The answer for the human rights community is not more legal and policy work (though that work remains important). Rather, the way forward is to engage deeply with the values and views of those around us who have been fed a diet of fake news and outright lies about human rights and its advocates.
Long-standing champions of strategic communications and narrative-building have expertly researched, tested and encouraged more effective ways to tell our stories and communicate our causes. We’ve all learned that the reliance on fact-checking and myth-busting is not only ineffective, it is sustaining negative narratives and giving longer life to the myths we aim to debunk.
Reassuringly, there are now a host of helpful guides, tools and case studies from which groups can learn and apply techniques that could transform their communications, disrupt the negative narratives they face and contrast them with alternative positive visions.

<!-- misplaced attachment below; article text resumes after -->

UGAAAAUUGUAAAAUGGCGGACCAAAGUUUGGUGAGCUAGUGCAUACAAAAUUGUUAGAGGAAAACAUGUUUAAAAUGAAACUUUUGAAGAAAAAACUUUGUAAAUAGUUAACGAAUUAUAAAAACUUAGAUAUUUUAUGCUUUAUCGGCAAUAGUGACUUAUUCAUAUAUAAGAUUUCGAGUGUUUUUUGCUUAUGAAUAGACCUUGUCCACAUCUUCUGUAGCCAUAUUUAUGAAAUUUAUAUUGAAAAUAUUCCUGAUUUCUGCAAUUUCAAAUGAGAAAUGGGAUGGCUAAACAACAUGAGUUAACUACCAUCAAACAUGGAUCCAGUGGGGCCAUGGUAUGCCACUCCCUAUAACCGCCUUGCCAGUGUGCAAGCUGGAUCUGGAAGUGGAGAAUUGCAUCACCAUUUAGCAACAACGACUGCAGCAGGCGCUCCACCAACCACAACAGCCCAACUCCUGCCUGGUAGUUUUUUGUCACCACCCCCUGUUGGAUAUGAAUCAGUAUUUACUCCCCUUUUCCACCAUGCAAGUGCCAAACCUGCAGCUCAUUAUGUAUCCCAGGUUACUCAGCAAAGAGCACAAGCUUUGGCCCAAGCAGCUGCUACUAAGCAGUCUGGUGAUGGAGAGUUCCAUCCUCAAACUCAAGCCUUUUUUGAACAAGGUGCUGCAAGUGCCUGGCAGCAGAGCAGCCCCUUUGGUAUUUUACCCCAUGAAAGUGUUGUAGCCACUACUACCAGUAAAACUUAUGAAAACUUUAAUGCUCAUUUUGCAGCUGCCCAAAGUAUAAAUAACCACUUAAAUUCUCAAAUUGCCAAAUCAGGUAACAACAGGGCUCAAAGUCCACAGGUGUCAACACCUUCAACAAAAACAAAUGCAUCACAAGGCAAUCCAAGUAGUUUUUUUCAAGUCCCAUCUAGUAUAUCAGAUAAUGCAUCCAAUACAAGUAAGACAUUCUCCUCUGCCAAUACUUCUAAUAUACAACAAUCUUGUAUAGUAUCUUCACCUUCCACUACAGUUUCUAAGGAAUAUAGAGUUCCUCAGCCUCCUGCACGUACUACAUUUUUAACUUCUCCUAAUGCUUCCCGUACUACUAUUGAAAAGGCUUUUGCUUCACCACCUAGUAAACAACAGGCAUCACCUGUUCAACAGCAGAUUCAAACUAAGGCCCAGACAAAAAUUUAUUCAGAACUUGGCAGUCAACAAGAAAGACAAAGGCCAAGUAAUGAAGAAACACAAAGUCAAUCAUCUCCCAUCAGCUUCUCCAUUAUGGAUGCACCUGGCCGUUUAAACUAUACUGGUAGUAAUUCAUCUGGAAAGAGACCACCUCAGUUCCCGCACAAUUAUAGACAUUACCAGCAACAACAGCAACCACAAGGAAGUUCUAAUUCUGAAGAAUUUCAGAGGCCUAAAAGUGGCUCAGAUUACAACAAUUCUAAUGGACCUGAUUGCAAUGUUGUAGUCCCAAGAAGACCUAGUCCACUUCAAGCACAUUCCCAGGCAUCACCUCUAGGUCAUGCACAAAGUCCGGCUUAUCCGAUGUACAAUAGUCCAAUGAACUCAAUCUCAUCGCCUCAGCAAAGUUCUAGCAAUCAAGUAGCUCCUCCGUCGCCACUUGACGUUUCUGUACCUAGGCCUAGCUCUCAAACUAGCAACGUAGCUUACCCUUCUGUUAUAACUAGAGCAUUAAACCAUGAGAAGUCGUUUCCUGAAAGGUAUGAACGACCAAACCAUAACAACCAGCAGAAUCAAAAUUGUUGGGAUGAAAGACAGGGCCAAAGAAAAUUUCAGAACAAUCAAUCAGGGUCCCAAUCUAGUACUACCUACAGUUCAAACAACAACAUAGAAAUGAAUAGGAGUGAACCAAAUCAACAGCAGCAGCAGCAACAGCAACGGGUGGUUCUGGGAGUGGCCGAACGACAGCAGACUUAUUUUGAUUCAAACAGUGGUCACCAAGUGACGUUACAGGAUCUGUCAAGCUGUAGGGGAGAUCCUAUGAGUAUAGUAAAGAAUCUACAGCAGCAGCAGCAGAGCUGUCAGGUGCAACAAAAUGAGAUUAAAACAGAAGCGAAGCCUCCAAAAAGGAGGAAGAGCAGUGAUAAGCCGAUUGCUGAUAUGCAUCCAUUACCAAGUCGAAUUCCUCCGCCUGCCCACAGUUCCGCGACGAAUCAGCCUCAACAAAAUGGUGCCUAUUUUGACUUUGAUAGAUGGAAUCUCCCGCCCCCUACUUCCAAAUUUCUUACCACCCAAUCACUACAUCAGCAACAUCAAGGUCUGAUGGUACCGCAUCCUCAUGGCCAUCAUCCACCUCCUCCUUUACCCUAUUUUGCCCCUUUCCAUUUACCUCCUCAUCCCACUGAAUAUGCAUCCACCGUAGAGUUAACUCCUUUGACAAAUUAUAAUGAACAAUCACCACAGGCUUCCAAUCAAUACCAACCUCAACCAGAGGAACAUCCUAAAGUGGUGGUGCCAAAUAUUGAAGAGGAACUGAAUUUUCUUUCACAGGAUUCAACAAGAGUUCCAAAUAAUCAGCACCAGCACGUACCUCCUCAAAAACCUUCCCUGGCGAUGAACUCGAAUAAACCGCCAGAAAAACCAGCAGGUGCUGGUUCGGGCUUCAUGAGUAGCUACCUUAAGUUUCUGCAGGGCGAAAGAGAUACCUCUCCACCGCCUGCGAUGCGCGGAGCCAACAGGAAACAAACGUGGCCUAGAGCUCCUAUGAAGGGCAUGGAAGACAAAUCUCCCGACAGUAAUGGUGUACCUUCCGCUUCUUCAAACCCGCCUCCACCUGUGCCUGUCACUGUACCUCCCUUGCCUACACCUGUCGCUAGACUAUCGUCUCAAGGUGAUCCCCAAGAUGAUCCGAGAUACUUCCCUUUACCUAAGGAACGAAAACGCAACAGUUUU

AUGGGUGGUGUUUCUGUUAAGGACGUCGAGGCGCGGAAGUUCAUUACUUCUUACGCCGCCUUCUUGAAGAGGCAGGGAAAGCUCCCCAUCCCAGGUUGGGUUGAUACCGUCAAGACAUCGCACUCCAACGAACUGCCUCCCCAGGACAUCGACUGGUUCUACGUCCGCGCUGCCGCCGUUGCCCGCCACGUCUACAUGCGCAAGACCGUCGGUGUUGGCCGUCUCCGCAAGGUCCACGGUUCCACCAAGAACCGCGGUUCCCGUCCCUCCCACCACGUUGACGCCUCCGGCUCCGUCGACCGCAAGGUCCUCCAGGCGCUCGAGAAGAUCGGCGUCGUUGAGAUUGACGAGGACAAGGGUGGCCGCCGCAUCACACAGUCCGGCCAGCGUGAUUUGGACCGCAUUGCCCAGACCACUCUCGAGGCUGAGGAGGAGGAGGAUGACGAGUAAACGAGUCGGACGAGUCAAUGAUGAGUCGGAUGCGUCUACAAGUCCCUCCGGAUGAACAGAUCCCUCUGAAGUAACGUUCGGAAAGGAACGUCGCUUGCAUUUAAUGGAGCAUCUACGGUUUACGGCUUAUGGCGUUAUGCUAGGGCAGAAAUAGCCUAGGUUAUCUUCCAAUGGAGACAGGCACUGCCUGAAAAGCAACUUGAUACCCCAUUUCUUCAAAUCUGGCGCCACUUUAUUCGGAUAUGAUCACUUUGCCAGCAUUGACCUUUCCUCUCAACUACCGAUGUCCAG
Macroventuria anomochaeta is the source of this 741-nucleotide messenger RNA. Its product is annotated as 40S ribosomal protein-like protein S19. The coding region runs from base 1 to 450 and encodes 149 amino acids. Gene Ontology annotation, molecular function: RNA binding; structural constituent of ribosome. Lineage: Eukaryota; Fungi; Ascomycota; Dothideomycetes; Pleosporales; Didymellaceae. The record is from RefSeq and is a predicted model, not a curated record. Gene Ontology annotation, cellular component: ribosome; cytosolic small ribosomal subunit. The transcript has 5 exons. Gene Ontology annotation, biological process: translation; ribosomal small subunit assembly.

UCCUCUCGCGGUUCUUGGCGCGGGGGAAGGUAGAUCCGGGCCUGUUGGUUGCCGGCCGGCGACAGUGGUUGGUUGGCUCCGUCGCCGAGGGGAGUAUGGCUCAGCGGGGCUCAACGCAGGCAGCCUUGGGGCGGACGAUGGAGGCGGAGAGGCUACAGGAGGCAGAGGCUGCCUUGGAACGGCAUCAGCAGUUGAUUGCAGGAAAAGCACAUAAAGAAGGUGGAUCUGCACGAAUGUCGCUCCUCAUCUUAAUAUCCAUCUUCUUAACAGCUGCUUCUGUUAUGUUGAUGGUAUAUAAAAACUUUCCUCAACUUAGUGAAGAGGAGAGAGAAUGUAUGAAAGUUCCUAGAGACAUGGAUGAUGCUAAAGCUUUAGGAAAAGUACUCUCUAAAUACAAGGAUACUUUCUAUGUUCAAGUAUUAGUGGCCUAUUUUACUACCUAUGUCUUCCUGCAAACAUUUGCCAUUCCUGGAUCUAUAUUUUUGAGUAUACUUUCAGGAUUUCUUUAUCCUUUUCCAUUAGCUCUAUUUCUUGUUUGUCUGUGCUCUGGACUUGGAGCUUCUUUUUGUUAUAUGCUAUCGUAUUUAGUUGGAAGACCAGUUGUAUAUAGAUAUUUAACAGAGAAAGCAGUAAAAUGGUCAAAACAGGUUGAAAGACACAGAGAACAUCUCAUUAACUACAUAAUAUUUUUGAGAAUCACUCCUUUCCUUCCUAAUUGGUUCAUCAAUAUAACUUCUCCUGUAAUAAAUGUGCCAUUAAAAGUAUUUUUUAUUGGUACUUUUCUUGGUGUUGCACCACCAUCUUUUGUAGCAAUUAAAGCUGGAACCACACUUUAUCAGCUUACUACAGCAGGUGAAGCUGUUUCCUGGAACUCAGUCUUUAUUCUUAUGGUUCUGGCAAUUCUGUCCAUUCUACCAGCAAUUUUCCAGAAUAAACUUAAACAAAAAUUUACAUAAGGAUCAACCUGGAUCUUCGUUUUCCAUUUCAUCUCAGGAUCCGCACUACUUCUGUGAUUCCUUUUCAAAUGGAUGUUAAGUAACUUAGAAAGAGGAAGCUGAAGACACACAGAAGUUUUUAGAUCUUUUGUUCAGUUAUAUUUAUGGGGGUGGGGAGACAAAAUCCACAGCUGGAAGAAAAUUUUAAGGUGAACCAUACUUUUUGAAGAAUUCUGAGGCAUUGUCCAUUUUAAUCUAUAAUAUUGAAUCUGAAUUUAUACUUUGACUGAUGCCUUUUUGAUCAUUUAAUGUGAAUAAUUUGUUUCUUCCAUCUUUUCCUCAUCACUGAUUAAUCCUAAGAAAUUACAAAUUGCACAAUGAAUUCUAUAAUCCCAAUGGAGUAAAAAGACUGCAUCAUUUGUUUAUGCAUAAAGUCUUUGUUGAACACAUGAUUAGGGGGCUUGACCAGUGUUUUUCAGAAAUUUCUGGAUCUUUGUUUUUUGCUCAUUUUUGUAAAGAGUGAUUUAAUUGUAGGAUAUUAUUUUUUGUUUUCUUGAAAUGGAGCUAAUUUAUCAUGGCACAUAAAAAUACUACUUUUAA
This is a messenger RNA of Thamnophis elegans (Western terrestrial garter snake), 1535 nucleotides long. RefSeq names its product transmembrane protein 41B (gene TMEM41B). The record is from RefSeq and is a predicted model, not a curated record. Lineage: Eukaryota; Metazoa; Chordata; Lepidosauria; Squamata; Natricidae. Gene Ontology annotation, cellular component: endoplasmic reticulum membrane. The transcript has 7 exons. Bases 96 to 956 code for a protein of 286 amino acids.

But NGOs need more than communications consultants. JustLabs and the Fund worked with a group of funding peers and allies to dive deeper into the narrative struggle, and we found that smarter messaging won’t help obscure the same institutional, operational outfits – in fact, these communications risk being perceived as a façade for the same outdated ideas. If human rights groups want to reclaim the legitimacy and space for human rights and activism, they’ll need to redefine themselves first. As the report says: ‘to change the narrative, you have to be the narrative.’
In a series of creative workshops, JustLabs and the Fund brought together 12 human rights groups from countries facing illiberal or authoritarian threats to better understand the populist appeal and develop practical solutions motivated by everyday human values.
The groups worked with experts outside the human rights community—drawn from the social sciences, technology, marketing, communications, culture/arts and even neuroscience—to glean insights from a diversity of fields and design new ways to harness narrative momentum. For some, working with external experts was inspiring and liberating; for others, it was difficult to engage with allies outside the traditional human rights space. In the end, it pushed each activist or group to take risks and try out new tools and tactics.